Some mods include uprating the mains transformer to 25-0-25VAC, output transistors for higher speed, higher voltage types and replacing opamp with dual higher spec, lower noise versions (4559, NE5532, etc), reduce gain by a factor of five, add RFI suppression, uprate feedback DC blocking cap, bypass fuse, increase heat-sinking, and fit inverse protection diodes. Result is economical, pleasing and compact.
If fuses are fitted in the supply lines instead of the output, the 220R 1W resistor can be removed. This was introduced to reduce non-linearities arising from the heating and cooling of the fuse, particularly with bass frequencies. To reduce RFI, input filtering or a 33pF (or more) cap across the opamp inputs can help. Interaction with the 10-47pf cap across the feedback resistor may cause oscillation, ballasting this cap with a low value resistance, say 68R, (input side) can prevent this. Where the op-amp is satisfactory, reducing the current stage's gain can be considered. An amplifier of this size (20-50W) needs a slew-rate of 8-14V/µS.
The author holds that the high gain of the power amplifiers (>120 for the T20 and Rondo, 154 for the T30) contributed to susceptibilty to switching phenomena, increased noise and poorer HF performance, although distortion at low-levels was reasonable (Texan's shown below). Some users, including the author, noted imbalances at low levels possibly due to the tolerances inherent in the volume control. Reducing the gain of the power amps moves the point at which normal low-level listening occurs further up the pot's tracks, where they are more likely to have a comparatively closer match.
With the above considerations, outcome is faster, with less noise and a bit more reserve power. Additional smoothing/decoupling can only improve further. For example, in both designs the op-amp supply rails, other than the smoothing across their zeners, had none. The same could be said for the PA's. An output inductor was considered but not found necessary. Load output with 8 ohms or more for best results.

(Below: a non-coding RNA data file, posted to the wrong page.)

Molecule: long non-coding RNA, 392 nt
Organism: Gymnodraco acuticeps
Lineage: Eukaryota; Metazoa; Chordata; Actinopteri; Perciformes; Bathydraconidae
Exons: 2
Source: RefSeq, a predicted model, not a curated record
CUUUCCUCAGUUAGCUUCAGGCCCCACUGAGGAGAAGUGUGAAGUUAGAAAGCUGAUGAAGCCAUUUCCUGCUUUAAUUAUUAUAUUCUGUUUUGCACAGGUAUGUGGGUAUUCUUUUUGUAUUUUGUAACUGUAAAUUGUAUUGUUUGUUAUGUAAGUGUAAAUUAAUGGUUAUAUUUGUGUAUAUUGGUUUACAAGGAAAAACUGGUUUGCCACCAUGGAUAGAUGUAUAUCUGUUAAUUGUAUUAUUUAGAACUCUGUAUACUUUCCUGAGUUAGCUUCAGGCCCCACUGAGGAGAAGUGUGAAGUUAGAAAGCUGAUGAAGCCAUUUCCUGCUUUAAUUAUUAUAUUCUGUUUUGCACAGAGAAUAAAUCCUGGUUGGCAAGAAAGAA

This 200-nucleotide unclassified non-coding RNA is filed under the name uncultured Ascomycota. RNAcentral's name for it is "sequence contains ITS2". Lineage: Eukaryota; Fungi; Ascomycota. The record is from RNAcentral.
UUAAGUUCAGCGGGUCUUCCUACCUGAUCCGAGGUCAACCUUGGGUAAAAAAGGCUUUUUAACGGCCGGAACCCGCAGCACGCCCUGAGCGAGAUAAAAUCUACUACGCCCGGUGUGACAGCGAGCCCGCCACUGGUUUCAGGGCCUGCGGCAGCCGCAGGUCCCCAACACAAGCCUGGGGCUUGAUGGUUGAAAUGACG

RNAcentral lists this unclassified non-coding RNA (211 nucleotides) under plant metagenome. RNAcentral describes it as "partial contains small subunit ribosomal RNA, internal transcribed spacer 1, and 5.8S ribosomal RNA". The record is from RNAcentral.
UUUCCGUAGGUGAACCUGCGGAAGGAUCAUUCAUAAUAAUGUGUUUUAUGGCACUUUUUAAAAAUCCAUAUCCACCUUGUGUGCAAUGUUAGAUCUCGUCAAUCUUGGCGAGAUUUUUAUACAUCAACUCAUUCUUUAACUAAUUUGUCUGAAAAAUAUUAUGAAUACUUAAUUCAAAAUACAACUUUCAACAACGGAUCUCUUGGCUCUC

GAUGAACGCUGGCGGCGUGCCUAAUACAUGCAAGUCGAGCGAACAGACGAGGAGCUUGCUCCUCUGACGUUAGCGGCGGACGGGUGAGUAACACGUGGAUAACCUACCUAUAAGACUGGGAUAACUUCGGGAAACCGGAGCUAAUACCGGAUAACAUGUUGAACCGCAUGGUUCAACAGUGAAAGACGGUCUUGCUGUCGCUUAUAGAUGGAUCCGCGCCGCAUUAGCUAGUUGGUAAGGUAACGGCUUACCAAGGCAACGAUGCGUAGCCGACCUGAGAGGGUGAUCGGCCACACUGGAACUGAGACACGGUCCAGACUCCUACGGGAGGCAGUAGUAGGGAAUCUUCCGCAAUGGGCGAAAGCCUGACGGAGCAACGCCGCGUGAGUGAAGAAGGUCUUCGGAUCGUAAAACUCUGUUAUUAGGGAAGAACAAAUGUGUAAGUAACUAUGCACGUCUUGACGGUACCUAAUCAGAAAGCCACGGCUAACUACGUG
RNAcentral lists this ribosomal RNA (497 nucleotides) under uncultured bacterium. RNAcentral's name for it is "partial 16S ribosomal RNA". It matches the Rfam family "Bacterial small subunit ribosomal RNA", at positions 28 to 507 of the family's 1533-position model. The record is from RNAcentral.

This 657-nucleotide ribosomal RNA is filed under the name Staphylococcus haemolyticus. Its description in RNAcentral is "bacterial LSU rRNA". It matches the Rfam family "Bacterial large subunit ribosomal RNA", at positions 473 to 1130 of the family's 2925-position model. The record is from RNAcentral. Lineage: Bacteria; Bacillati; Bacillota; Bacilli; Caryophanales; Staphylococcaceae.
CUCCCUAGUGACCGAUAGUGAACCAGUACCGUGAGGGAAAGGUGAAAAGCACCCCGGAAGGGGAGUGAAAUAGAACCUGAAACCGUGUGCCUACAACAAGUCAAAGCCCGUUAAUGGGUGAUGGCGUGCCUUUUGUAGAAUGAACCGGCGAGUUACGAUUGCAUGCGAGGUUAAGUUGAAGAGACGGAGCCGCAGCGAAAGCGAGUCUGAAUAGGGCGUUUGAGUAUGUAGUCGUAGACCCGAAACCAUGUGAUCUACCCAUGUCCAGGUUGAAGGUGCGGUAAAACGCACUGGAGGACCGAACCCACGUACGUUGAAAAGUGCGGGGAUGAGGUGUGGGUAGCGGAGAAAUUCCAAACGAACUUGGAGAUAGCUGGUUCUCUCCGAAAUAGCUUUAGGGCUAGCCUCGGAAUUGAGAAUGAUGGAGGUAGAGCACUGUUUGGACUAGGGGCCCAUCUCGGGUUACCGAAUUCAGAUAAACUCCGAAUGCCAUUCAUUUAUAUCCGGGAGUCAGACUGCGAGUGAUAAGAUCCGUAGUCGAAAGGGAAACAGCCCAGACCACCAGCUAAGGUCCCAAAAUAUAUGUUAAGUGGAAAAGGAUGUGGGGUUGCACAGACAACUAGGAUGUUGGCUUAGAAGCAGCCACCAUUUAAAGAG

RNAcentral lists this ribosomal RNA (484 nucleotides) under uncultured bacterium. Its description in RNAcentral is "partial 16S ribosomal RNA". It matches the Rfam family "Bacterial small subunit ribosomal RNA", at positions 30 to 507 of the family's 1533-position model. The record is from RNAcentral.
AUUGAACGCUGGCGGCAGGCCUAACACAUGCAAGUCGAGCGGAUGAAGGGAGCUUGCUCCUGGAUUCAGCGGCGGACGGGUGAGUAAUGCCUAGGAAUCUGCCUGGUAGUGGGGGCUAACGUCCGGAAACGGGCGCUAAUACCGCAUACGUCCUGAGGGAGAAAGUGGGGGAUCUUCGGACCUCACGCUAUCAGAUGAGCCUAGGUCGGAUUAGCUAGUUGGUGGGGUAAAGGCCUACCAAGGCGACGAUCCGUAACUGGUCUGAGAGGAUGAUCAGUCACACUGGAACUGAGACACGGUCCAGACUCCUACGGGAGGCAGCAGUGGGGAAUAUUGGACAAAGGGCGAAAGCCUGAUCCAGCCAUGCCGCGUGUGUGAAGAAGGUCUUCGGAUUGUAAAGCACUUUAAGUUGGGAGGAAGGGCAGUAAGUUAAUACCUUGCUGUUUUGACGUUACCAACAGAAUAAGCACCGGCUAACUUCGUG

Both amplifier's output devices were bolted to a thin bracket (16swg). Bringing these to the PCB edge would have allowed direct mounting to something more substantial. A Redpoint finned heatsink (2.4°C/W, 51mm high) worked well with a stereo layout (standard Texan 20) driving 71 litre passive 3-way infinite baffle enclosures (Q = 0.7) using 12" 300W Electrovoice bass units (30Hz).
This particular amplifier's tuner socket was wired to carry a supply used to power ancillary equipment, like tuners, and ran faultlessly for twenty years before it was given away having been replaced by a much bigger Technics (SU-V6) which gave greater detail, particularly at high volumes. In comparison, the Technics has, in it's life (>20 years), developed two failures, one a main smoother and the other, a RIAA input FET.
Some builds, using single opamps, have dispensed with the DC blocking cap altogether, utilising the opamp's offset null facility.
One design (Texan) was modified by making a piece of strip-board, carrying new opamps, other components and off-setting controls, that then plugged directly into the two sockets of the original ICs on the PCB, redundant items having been removed. As a guide, 748s can be replaced by TL070s and 741s by TL071s.
The author has used compact strip-board mounted versions of these amplifiers to replace unobtainable commercial output modules with success. To get a neat fit, simply fix the new output transistors by means of the old module's screw-holes before soldering to the strip-board. Where possible, the existing heat-sink can even be removed to provide a firm base for the rest of the construction. At the same time, improvements to supply wiring and smoothing can be made, if necessary.
In their original forms, the Texan offered a 'slimline' stereo integrated amplifier, and the Rondo an AM/FM radio, pluggable 'entry-level' SQ decoder (MC1312P) that could be extended, four power amplifiers, tone controls, volume, balance, etc. The preamps (DIN standard) and RIAA eq were virtually identical, bar the inclusion of scratch and rumble filters and the use of a 741 in the Texan's tone controls, opposed to a 748 and minor variations in the Rondo.